GHS Label Requirements for Safety and Compliance
What you need to know about GHS label requirements in your workplace
GHS labels are not just for chemical manufacturers. In reality, there are chemicals in your workplace, no matter where you work. This is true whether you’re in an office, at a job site, manufacturing products, or managing a warehouse. It's important to realize that some of those chemicals are potentially hazardous. This is why your workplace may benefit from using GHS labels to increase safety and compliance.
Even in our Avery offices, we use GHS labels for hazardous chemicals like cleaning solutions stored in secondary containers. As a matter of fact, we've previously written about secondary container labeling tips to help you ace OSHA inspection. We also use them for chemicals stored in our Research and Development lab. The R&D team regularly tests Avery products and printing methods for chemical resistance.
In this article, we're covering everything you need to know about GHS label requirements. Additionally, we'll show you not only how we use our GHS products to increase safety and compliance, but how you can create your own too.
More chemical safety articles you might like:
- Safety & Compliance: Step-by-Step Guide to Reviewing & Updating SDS
- 5 Easy Tips to Avoid the Most Common OSHA Violations
- How to Create GHS Labels Using the Avery GHS Wizard®
Printable 8-1/2” x 11” UltraDuty GHS labels (60501) are ideal for labeling chemical drums and other large containers onsite.
What are GHS labels?
Essentially, GHS labels are a very specific type of chemical safety sticker. They feature standardized symbols, words, and information to make it easier for workers around the world to understand the labels. Of course, the primary function of the GHS guidelines is to help employers communicate hazards better. However, in many cases, U.S. law requires them on hazardous chemical containers as well.
The Globally Harmonized System (GHS)
To further explain, GHS stands for Globally Harmonized System. Both are common, shorter ways people refer to the United Nations document entitled The Globally Harmonized System of Classification and Labeling of Chemicals. You may also know this document as "The Purple Book." The creators of The Purple Book had two main goals. Firstly, to provide an internationally standardized way to classify chemicals by type. Secondly, to align (or harmonize) the way chemical safety inform
That being said, the UN document is not a law. However, it is a set of guidelines that many consider best practices for chemical safety in the workplace. Yet many people mistakenly refer to the UN document, in and of itself, as a law because OSHA adopted it on March 26, 2016. When OSHA adopted the GHS guidelines, it was as a revision to the existing OSHA HazCom standard, which is the actual law that you must follow if you operate a business in the United States. Since the guidelines are now part of an OSHA standard, you must follow them if they apply to your business.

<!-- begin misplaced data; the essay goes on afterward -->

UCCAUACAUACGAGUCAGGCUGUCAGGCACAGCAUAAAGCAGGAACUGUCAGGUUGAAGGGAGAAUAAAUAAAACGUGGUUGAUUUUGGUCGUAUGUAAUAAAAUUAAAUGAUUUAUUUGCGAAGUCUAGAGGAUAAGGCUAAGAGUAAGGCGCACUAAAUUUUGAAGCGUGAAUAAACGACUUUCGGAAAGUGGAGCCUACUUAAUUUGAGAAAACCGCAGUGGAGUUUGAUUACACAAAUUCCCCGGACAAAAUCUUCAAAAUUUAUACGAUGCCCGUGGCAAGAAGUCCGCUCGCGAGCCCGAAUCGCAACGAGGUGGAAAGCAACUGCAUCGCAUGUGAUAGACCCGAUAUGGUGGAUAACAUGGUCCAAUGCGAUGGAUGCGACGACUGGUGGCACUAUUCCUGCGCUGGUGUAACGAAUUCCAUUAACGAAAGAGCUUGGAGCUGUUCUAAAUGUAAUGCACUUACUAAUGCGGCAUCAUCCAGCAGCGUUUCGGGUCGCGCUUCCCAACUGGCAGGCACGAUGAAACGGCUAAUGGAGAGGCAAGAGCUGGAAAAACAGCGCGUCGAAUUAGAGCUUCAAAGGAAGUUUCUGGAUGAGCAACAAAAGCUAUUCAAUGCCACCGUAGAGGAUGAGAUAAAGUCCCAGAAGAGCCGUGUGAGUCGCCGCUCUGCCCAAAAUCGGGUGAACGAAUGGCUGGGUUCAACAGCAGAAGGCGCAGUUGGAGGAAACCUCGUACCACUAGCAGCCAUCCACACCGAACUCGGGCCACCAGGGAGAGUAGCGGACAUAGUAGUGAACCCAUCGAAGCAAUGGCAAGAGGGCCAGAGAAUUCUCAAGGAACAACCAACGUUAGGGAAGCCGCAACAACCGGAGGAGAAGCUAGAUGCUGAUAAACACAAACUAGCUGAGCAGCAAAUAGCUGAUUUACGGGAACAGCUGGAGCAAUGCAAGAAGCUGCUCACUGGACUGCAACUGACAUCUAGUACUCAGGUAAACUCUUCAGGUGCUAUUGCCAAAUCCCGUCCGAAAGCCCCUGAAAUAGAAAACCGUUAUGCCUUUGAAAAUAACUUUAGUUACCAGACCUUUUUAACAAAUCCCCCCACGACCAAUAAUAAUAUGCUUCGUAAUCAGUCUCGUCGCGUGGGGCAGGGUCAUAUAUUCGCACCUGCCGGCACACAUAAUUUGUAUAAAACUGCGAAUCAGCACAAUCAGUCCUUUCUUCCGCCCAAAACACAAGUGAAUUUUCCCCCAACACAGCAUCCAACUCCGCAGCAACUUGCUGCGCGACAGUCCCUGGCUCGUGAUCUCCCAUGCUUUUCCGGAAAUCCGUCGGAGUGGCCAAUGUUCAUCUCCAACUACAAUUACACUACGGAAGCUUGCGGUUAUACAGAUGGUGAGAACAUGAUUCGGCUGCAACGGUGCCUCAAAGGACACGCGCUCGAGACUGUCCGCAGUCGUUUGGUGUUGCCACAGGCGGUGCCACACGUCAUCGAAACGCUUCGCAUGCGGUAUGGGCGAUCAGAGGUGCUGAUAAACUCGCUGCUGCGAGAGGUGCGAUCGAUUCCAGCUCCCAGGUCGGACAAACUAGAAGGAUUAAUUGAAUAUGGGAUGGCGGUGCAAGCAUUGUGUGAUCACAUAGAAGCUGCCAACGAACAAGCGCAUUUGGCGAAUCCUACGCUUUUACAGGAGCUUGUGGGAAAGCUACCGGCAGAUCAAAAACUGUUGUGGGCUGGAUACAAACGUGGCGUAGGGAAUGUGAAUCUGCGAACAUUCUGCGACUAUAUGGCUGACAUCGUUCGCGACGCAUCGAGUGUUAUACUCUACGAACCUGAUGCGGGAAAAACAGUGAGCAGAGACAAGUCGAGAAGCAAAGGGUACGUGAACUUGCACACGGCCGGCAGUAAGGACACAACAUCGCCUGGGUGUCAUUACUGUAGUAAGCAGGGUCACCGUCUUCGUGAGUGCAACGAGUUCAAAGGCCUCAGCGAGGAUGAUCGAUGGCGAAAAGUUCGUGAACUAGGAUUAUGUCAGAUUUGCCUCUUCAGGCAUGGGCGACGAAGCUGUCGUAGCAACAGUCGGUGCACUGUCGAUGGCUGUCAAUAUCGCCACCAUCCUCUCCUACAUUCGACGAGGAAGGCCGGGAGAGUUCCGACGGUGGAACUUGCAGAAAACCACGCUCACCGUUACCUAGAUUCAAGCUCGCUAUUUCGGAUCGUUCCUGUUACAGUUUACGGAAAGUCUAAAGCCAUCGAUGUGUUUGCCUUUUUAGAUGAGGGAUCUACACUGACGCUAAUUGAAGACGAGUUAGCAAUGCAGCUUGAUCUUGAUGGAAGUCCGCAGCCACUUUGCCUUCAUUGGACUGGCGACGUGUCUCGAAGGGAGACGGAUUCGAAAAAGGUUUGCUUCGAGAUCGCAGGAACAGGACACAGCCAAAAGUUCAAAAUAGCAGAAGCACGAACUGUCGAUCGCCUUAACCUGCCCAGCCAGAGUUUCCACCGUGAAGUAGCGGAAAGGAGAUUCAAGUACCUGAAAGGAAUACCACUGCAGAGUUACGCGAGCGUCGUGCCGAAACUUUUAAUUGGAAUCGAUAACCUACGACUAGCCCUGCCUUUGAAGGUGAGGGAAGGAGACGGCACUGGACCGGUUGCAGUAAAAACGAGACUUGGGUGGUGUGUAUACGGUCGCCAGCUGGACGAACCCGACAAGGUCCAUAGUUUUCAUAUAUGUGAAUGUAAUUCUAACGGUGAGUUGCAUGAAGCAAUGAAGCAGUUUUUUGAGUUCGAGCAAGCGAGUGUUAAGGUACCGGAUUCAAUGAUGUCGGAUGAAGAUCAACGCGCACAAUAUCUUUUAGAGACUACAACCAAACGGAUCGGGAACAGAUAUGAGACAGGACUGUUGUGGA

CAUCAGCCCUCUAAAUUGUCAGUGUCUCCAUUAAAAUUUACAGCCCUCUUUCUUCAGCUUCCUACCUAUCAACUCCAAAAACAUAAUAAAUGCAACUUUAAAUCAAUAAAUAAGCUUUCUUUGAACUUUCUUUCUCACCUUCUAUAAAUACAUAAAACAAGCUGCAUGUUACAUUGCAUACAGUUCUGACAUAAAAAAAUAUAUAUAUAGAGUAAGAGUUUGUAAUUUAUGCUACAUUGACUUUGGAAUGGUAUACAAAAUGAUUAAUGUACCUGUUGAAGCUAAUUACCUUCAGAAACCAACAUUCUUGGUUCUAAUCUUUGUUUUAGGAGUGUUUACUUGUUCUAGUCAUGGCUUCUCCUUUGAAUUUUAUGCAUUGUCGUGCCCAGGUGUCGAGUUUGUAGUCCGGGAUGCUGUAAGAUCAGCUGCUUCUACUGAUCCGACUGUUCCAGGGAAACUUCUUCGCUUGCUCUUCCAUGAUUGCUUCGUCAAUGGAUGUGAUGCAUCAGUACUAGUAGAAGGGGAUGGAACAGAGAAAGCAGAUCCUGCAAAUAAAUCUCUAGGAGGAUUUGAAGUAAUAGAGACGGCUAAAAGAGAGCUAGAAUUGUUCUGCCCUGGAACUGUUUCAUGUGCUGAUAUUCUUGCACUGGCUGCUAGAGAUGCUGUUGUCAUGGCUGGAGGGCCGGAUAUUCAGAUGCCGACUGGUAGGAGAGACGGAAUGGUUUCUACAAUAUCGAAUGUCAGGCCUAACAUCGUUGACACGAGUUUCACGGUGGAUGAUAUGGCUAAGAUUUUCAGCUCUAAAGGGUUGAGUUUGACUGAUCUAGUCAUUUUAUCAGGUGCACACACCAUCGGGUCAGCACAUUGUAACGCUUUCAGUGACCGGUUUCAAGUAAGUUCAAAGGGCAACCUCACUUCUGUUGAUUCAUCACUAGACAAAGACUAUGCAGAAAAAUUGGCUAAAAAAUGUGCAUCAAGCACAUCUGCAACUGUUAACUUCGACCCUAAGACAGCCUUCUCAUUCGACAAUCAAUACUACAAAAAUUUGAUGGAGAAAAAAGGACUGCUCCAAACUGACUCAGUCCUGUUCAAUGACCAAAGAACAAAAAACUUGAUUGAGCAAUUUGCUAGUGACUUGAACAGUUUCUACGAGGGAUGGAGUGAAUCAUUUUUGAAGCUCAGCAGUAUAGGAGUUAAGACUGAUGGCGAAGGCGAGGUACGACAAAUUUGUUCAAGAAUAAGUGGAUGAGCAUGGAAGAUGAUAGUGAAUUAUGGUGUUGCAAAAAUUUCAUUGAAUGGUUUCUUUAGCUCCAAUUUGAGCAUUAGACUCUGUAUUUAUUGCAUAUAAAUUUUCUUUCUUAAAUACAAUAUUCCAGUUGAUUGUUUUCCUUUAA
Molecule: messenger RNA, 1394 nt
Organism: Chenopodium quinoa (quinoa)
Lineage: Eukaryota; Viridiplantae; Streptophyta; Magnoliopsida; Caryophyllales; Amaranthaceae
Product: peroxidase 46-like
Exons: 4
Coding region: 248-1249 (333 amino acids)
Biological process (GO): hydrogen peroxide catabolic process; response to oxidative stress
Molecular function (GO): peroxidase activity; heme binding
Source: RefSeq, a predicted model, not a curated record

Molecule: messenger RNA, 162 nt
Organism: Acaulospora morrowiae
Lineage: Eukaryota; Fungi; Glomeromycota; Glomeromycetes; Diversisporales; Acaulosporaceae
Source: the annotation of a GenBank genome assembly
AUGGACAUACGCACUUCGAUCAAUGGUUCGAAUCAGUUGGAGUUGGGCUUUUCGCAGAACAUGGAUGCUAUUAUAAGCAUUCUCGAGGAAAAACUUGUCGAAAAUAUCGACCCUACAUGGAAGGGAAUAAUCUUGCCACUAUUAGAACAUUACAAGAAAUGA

GHS labels versus dangerous goods labels
In summary, here is a table to explain the key differences between GHS and the requirements for dangerous goods:
Type of Labels
U.S. & Overseas
Dangerous Goods (TDG)
Hazardous chemicals Hazardous articles
Businesses use both GHS and dangerous goods labels to signify hazardous substances. However, there are three key differences between them. While you must use GHS labels for hazardous chemicals, you would use dangerous goods labels for hazardous chemicals and/or "articles." Lithium batteries, for example, are a potentially hazardous article that would require a dangerous goods label.
Secondly, you will find the requirements listed in two different documents. GHS requirements are listed in OSHA HazCom standard 1910.1200, while dangerous goods requirements are listed in the International Maritime Dangerous Goods (IMDG) Code. Lastly, different agencies enforce compliance with the two sets of guidelines. In brief, OSHA enforces GHS compliance for chemicals manufactured, used, or received in the U.S. as well as those shipped from the U.S. In contrast, the IMDG code applies to hazardous materials shipped overseas, and it's enforced by the International Maritime Organization (IMO).
Are GHS labels the same as transport labels?
The short answer is no. Regular transport labels are used for logistics and tracking, whereas GHS labels are used for safety. However, dangerous goods labels are also called Transport Dangerous Goods (TDG) labels. As mentioned above, TDG and GHS labels are both used for safety, but they have several key differences.
Another difference is simply location. You must place TDG labels on the outside of pallets and containers. In contrast, GHS labels must be affixed directly to the hazardous chemical container as well as the inner and outer boxes.
Why you should follow GHS guidelines in your workplace